Tuesday, November 24, 2009

A Visicalc moment

If you were an early Apple II or IBM PC user, you may remember the first time you saw Visicalc (1979), SuperCalc (1980), MultiPlan (1982), or Lotus 1-2-3 (1983).

The spreadsheet solves a real problem - it saves time, it empowers its users, and people are more productive using it.. No more paper, pencil and calculators. No more days wasted manually computing "what if" scenarios.

I call this joy from the early days of personal computing a "Visicalc moment".

One challenge we face as we roll out electronic health records to every clinician is that the first time they see an EHR (of any type, from any vendor), they rarely have a "Visicalc moment".

Because we have not marketed the benefits of EHRs to clinicians, they are not sure an EHR saves time, streamlines their workflow, or brings them a better quality of worklife.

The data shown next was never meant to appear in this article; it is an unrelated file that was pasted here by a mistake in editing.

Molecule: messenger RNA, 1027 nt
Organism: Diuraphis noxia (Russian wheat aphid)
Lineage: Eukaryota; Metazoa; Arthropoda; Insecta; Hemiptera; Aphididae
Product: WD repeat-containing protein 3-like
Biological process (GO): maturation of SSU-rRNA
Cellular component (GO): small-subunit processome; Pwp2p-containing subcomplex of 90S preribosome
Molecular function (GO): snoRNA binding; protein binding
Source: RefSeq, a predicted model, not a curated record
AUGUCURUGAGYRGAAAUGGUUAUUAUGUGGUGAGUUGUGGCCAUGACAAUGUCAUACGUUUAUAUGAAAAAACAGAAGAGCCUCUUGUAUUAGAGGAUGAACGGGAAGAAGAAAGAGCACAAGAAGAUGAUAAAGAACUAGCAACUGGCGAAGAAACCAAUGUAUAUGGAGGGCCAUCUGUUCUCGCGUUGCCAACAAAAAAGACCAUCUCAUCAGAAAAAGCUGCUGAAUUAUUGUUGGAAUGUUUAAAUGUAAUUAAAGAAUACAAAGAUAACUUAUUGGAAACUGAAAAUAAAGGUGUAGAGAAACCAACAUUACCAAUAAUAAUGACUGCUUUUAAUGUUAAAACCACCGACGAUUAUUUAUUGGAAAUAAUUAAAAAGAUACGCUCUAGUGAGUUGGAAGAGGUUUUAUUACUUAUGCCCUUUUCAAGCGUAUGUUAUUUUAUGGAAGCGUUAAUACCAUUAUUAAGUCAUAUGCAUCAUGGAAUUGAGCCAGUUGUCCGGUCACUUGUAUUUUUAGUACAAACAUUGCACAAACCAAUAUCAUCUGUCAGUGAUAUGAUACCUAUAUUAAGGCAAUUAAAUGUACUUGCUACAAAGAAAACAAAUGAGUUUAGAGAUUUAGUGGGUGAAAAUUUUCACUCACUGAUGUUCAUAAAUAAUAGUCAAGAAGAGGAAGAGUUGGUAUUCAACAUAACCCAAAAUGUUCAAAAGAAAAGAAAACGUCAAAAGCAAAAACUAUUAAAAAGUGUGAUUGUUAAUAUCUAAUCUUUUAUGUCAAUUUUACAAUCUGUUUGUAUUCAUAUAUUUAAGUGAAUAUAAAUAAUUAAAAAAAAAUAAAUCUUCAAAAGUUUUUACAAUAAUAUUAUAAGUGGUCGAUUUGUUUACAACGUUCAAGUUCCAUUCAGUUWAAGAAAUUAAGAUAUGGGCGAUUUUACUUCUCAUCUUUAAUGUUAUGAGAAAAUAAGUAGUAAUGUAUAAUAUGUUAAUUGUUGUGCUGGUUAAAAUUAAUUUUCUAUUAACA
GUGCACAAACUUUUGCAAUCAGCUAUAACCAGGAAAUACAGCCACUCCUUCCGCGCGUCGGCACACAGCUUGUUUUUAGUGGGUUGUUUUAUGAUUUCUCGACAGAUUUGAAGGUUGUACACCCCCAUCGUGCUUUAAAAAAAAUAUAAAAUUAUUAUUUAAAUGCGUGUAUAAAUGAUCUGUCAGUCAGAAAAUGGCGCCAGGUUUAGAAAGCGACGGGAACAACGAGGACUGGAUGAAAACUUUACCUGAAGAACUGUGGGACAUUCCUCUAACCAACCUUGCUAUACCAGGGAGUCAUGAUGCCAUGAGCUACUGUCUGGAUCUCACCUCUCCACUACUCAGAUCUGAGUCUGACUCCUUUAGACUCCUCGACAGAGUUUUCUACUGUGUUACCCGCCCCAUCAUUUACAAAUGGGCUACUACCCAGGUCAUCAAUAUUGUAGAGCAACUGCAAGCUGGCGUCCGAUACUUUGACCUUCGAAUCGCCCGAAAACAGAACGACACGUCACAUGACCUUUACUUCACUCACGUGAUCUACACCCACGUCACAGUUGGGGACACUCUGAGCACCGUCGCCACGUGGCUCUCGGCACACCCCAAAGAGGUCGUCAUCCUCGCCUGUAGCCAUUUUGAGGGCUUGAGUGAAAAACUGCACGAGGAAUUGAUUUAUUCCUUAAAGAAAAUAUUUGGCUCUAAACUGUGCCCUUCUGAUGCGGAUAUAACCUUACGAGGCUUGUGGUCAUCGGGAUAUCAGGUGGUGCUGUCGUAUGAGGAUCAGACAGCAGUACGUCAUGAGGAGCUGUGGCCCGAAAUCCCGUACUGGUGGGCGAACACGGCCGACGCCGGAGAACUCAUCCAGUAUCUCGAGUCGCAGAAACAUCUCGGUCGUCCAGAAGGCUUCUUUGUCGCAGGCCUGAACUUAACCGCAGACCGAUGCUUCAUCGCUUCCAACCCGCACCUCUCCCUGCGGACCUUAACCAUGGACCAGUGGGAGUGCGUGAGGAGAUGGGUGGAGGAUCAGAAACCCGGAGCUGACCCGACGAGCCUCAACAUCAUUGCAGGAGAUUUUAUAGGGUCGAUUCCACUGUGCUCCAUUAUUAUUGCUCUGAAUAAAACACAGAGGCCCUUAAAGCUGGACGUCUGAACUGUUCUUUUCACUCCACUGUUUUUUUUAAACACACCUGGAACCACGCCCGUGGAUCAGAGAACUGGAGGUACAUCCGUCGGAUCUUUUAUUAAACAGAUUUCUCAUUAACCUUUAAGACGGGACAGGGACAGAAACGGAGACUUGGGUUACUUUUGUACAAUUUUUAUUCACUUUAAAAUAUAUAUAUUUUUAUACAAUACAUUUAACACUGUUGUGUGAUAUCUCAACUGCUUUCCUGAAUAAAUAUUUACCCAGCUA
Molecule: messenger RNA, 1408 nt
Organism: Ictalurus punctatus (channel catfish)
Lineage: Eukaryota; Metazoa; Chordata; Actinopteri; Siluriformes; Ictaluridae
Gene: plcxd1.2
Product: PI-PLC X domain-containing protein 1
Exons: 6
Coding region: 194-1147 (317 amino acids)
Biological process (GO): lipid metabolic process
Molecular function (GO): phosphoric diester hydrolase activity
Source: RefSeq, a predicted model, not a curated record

There are 3 ways to motivate most clinicians
1. Pay them more
2. Offer them more free time
3. Apply Peer Pressure

How can we leverage these principles clinicians so they will have Visicalc moments?

A few thoughts

1. Electronic medication workflow in an EHR saves time, reduces the number of calls/pages due to unreadable prescription and streamlines the refile process.

2. Templates, Macros and voice recognition can speed up clinical documentation. Of course, they must be used wisely to avoid creating inaccuracies that are persisted forever in the record. Electronic clinical documentation can be electronically exchanged between referring clinicians and specialists, leading to a peer preference for those who document electronically.

3. Patient Education can be automated by linking problem lists and prescriptions to resources such as UptoDate, Healthwise, and Preop.com